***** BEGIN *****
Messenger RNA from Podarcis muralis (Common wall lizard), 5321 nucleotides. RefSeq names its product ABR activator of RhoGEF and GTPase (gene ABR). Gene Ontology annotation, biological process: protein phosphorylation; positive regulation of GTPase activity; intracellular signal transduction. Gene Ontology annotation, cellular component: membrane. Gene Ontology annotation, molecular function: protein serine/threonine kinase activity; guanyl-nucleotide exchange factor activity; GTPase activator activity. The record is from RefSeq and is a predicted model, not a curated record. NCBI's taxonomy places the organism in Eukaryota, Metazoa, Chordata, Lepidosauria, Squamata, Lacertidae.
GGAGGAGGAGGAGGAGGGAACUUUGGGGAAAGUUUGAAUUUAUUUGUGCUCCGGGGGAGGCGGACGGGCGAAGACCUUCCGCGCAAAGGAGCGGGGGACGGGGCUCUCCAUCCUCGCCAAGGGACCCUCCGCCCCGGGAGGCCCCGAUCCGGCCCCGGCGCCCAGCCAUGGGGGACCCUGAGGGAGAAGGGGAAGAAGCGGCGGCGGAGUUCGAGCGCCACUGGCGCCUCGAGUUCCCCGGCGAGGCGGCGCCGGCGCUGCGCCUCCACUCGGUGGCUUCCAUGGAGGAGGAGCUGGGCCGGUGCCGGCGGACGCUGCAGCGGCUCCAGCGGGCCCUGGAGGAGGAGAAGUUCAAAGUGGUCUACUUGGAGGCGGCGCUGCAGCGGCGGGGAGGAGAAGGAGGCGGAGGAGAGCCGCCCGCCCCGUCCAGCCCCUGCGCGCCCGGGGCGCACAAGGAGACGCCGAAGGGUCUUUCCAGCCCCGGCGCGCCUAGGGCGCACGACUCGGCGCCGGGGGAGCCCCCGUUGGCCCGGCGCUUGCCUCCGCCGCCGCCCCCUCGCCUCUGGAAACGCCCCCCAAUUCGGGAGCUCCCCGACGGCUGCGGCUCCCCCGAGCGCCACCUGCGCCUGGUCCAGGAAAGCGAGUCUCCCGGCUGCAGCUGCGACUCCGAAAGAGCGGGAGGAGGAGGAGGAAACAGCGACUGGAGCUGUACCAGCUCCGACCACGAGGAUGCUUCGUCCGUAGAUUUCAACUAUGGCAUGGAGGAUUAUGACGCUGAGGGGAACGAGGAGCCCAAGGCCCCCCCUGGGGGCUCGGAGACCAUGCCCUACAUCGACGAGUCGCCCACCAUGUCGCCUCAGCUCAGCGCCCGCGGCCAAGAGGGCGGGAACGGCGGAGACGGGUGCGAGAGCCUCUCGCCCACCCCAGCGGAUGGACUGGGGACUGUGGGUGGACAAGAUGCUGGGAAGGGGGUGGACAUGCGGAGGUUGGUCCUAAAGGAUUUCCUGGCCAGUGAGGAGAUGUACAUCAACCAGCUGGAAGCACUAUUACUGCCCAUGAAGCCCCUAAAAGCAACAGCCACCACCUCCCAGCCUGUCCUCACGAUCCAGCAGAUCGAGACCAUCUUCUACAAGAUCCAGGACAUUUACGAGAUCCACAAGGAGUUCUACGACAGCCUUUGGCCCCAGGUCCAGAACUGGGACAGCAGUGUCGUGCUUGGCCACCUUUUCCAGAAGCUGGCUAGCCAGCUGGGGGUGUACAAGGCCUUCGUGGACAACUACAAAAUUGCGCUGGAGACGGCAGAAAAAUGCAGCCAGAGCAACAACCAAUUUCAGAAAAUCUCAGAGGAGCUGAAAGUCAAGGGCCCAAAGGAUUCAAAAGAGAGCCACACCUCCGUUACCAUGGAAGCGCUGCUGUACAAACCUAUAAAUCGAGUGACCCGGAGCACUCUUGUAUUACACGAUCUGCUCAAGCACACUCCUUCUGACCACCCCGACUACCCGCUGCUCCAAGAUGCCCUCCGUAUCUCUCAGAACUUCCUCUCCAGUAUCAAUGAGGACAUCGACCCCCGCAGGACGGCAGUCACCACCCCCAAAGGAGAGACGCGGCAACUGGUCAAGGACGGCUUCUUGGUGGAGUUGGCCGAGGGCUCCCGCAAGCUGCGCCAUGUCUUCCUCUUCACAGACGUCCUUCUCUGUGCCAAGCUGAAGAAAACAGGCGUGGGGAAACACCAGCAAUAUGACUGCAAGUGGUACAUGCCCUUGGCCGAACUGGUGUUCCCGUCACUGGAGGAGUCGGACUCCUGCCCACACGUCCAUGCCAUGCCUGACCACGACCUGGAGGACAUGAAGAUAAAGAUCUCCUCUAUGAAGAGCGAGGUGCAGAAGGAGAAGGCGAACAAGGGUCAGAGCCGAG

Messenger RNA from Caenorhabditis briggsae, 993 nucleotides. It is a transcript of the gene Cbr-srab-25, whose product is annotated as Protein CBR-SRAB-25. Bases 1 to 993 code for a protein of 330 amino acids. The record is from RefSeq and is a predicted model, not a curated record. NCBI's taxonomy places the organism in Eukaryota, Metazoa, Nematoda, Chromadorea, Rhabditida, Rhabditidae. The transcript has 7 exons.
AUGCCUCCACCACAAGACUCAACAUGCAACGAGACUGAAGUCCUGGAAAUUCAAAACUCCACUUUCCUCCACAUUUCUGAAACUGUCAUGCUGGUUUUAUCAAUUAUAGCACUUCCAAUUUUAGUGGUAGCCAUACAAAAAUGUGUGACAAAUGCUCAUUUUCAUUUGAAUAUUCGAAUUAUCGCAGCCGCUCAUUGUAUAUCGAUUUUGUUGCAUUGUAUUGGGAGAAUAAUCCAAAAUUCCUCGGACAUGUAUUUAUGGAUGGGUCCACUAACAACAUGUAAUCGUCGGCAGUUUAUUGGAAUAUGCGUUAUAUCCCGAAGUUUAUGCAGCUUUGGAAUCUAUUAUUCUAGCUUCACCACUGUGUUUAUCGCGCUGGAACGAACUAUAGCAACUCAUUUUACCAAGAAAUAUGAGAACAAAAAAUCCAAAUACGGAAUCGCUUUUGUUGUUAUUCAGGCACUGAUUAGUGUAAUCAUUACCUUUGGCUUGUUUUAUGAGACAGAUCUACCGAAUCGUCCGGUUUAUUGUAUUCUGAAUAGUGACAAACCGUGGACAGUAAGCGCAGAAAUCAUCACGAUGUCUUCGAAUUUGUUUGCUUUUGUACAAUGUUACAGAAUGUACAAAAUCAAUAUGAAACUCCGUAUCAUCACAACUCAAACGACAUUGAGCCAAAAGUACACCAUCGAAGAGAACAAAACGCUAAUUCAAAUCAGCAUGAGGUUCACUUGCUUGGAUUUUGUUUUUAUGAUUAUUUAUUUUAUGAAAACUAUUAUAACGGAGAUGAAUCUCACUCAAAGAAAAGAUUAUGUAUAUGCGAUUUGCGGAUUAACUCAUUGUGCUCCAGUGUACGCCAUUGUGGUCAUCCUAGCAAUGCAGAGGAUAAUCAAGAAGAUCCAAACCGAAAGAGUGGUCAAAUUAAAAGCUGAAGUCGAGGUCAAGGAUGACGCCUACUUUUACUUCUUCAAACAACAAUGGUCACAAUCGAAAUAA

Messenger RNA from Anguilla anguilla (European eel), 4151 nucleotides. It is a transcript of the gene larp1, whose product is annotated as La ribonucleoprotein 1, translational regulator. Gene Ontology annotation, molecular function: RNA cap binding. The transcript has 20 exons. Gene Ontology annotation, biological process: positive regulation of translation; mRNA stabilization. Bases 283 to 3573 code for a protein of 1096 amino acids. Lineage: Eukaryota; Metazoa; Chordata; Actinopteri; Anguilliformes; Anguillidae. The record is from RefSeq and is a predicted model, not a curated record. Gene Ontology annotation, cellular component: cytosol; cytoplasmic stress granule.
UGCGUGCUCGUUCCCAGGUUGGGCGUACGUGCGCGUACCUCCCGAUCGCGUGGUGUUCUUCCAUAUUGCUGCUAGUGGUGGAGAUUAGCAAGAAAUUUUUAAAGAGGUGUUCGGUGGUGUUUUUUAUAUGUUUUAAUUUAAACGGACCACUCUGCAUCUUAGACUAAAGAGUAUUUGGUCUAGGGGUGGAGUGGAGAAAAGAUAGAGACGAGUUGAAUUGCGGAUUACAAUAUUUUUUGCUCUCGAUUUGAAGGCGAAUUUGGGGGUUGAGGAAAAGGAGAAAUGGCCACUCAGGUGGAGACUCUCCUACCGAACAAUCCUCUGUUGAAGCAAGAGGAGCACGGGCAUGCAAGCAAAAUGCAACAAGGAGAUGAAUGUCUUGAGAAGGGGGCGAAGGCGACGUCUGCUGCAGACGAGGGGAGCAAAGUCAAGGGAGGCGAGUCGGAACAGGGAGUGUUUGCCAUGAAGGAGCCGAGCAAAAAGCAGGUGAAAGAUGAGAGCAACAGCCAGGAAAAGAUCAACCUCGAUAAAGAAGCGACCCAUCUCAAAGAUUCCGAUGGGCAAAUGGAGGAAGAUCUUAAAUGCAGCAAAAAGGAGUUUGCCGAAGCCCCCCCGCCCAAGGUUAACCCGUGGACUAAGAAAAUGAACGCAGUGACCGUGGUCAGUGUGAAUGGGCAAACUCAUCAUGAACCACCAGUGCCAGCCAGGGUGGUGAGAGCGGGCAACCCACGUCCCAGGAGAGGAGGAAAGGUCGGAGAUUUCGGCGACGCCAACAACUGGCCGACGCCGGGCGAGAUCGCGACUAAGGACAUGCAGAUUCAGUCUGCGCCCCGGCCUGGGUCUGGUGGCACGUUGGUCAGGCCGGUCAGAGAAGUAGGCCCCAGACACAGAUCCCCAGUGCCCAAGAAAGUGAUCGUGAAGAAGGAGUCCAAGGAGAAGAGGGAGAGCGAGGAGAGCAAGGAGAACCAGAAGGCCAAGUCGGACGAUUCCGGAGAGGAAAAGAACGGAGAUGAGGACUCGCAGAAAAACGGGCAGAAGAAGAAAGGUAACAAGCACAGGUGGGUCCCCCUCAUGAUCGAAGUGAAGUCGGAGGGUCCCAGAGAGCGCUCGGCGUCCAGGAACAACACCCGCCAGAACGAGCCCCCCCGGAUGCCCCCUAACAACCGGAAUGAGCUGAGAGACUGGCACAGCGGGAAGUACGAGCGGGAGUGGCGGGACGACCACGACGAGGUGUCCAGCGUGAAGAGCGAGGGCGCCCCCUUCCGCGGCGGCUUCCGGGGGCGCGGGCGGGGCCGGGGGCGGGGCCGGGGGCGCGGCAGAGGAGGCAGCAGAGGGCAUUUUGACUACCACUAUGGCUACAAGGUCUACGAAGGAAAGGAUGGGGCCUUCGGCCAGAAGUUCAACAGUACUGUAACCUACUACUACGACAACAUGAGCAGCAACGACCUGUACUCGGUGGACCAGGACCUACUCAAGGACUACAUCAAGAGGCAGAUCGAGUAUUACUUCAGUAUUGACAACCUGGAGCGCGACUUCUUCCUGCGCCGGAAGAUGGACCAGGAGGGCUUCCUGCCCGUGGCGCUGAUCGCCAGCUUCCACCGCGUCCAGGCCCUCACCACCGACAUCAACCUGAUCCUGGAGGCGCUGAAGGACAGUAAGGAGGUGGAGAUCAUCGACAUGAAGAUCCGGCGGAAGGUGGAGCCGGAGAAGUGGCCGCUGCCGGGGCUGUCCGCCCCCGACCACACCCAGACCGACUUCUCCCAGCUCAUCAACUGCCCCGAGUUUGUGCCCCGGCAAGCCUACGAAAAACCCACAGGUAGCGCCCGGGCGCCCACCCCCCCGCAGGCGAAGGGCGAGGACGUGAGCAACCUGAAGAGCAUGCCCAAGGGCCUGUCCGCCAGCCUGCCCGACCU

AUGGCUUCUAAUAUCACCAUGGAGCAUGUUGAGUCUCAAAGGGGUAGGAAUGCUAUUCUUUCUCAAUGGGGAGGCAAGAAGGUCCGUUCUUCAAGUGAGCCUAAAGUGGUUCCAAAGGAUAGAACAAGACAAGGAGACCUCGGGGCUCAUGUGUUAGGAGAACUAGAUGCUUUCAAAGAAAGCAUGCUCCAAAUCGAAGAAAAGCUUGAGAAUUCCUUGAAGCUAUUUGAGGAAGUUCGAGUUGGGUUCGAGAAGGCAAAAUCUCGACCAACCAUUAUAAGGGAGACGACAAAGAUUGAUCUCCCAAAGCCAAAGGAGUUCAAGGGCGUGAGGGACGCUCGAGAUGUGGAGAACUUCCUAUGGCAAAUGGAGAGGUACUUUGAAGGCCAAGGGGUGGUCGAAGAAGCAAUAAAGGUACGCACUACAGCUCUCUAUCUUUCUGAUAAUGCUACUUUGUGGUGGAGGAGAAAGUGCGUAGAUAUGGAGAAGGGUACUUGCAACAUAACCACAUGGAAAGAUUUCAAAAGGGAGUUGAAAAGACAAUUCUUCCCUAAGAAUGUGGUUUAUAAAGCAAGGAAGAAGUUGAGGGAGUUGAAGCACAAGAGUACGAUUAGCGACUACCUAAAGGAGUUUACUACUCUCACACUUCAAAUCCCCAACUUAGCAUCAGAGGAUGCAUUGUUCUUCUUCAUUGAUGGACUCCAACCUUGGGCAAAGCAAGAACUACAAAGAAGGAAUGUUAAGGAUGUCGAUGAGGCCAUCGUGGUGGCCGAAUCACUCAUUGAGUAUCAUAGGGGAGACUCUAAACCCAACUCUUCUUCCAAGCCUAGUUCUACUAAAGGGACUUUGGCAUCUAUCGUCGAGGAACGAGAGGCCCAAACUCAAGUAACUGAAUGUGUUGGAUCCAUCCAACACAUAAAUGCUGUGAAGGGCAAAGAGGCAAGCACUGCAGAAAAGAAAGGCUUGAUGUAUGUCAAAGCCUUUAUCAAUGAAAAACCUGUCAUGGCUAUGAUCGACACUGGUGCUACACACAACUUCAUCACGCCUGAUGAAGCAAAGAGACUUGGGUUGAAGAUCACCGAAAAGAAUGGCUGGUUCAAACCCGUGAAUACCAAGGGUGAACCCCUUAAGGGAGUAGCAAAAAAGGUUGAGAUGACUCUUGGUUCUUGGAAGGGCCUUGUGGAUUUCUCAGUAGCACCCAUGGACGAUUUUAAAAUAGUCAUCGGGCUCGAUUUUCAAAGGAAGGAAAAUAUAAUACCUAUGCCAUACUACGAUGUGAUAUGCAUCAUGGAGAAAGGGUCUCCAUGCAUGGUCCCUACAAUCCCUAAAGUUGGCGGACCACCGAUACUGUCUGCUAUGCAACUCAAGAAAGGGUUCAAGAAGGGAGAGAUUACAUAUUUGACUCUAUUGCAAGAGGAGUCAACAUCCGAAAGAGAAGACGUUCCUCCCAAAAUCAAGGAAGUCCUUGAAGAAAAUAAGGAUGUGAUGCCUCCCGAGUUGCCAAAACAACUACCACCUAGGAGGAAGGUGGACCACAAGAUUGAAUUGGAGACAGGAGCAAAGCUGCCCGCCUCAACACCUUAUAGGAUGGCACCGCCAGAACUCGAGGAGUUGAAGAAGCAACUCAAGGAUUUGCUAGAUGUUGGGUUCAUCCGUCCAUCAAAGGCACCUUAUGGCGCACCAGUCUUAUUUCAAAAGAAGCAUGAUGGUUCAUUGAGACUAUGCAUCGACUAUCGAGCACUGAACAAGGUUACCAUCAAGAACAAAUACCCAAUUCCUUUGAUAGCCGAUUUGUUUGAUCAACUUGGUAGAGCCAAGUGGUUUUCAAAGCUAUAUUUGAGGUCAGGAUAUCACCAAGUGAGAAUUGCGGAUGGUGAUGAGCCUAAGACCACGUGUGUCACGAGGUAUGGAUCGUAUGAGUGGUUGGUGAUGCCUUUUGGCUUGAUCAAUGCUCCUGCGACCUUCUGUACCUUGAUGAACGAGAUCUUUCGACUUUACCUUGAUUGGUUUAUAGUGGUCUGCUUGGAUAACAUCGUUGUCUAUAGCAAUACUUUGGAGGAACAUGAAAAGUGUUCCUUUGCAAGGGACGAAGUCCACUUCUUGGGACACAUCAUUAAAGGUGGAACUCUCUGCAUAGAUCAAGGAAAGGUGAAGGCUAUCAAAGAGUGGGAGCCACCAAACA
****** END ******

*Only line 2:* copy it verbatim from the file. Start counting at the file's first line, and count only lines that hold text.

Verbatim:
GGAGGAGGAGGAGGAGGGAACUUUGGGGAAAGUUUGAAUUUAUUUGUGCUCCGGGGGAGGCGGACGGGCGAAGACCUUCCGCGCAAAGGAGCGGGGGACGGGGCUCUCCAUCCUCGCCAAGGGACCCUCCGCCCCGGGAGGCCCCGAUCCGGCCCCGGCGCCCAGCCAUGGGGGACCCUGAGGGAGAAGGGGAAGAAGCGGCGGCGGAGUUCGAGCGCCACUGGCGCCUCGAGUUCCCCGGCGAGGCGGCGCCGGCGCUGCGCCUCCACUCGGUGGCUUCCAUGGAGGAGGAGCUGGGCCGGUGCCGGCGGACGCUGCAGCGGCUCCAGCGGGCCCUGGAGGAGGAGAAGUUCAAAGUGGUCUACUUGGAGGCGGCGCUGCAGCGGCGGGGAGGAGAAGGAGGCGGAGGAGAGCCGCCCGCCCCGUCCAGCCCCUGCGCGCCCGGGGCGCACAAGGAGACGCCGAAGGGUCUUUCCAGCCCCGGCGCGCCUAGGGCGCACGACUCGGCGCCGGGGGAGCCCCCGUUGGCCCGGCGCUUGCCUCCGCCGCCGCCCCCUCGCCUCUGGAAACGCCCCCCAAUUCGGGAGCUCCCCGACGGCUGCGGCUCCCCCGAGCGCCACCUGCGCCUGGUCCAGGAAAGCGAGUCUCCCGGCUGCAGCUGCGACUCCGAAAGAGCGGGAGGAGGAGGAGGAAACAGCGACUGGAGCUGUACCAGCUCCGACCACGAGGAUGCUUCGUCCGUAGAUUUCAACUAUGGCAUGGAGGAUUAUGACGCUGAGGGGAACGAGGAGCCCAAGGCCCCCCCUGGGGGCUCGGAGACCAUGCCCUACAUCGACGAGUCGCCCACCAUGUCGCCUCAGCUCAGCGCCCGCGGCCAAGAGGGCGGGAACGGCGGAGACGGGUGCGAGAGCCUCUCGCCCACCCCAGCGGAUGGACUGGGGACUGUGGGUGGACAAGAUGCUGGGAAGGGGGUGGACAUGCGGAGGUUGGUCCUAAAGGAUUUCCUGGCCAGUGAGGAGAUGUACAUCAACCAGCUGGAAGCACUAUUACUGCCCAUGAAGCCCCUAAAAGCAACAGCCACCACCUCCCAGCCUGUCCUCACGAUCCAGCAGAUCGAGACCAUCUUCUACAAGAUCCAGGACAUUUACGAGAUCCACAAGGAGUUCUACGACAGCCUUUGGCCCCAGGUCCAGAACUGGGACAGCAGUGUCGUGCUUGGCCACCUUUUCCAGAAGCUGGCUAGCCAGCUGGGGGUGUACAAGGCCUUCGUGGACAACUACAAAAUUGCGCUGGAGACGGCAGAAAAAUGCAGCCAGAGCAACAACCAAUUUCAGAAAAUCUCAGAGGAGCUGAAAGUCAAGGGCCCAAAGGAUUCAAAAGAGAGCCACACCUCCGUUACCAUGGAAGCGCUGCUGUACAAACCUAUAAAUCGAGUGACCCGGAGCACUCUUGUAUUACACGAUCUGCUCAAGCACACUCCUUCUGACCACCCCGACUACCCGCUGCUCCAAGAUGCCCUCCGUAUCUCUCAGAACUUCCUCUCCAGUAUCAAUGAGGACAUCGACCCCCGCAGGACGGCAGUCACCACCCCCAAAGGAGAGACGCGGCAACUGGUCAAGGACGGCUUCUUGGUGGAGUUGGCCGAGGGCUCCCGCAAGCUGCGCCAUGUCUUCCUCUUCACAGACGUCCUUCUCUGUGCCAAGCUGAAGAAAACAGGCGUGGGGAAACACCAGCAAUAUGACUGCAAGUGGUACAUGCCCUUGGCCGAACUGGUGUUCCCGUCACUGGAGGAGUCGGACUCCUGCCCACACGUCCAUGCCAUGCCUGACCACGACCUGGAGGACAUGAAGAUAAAGAUCUCCUCUAUGAAGAGCGAGGUGCAGAAGGAGAAGGCGAACAAGGGUCAGAGCCGAG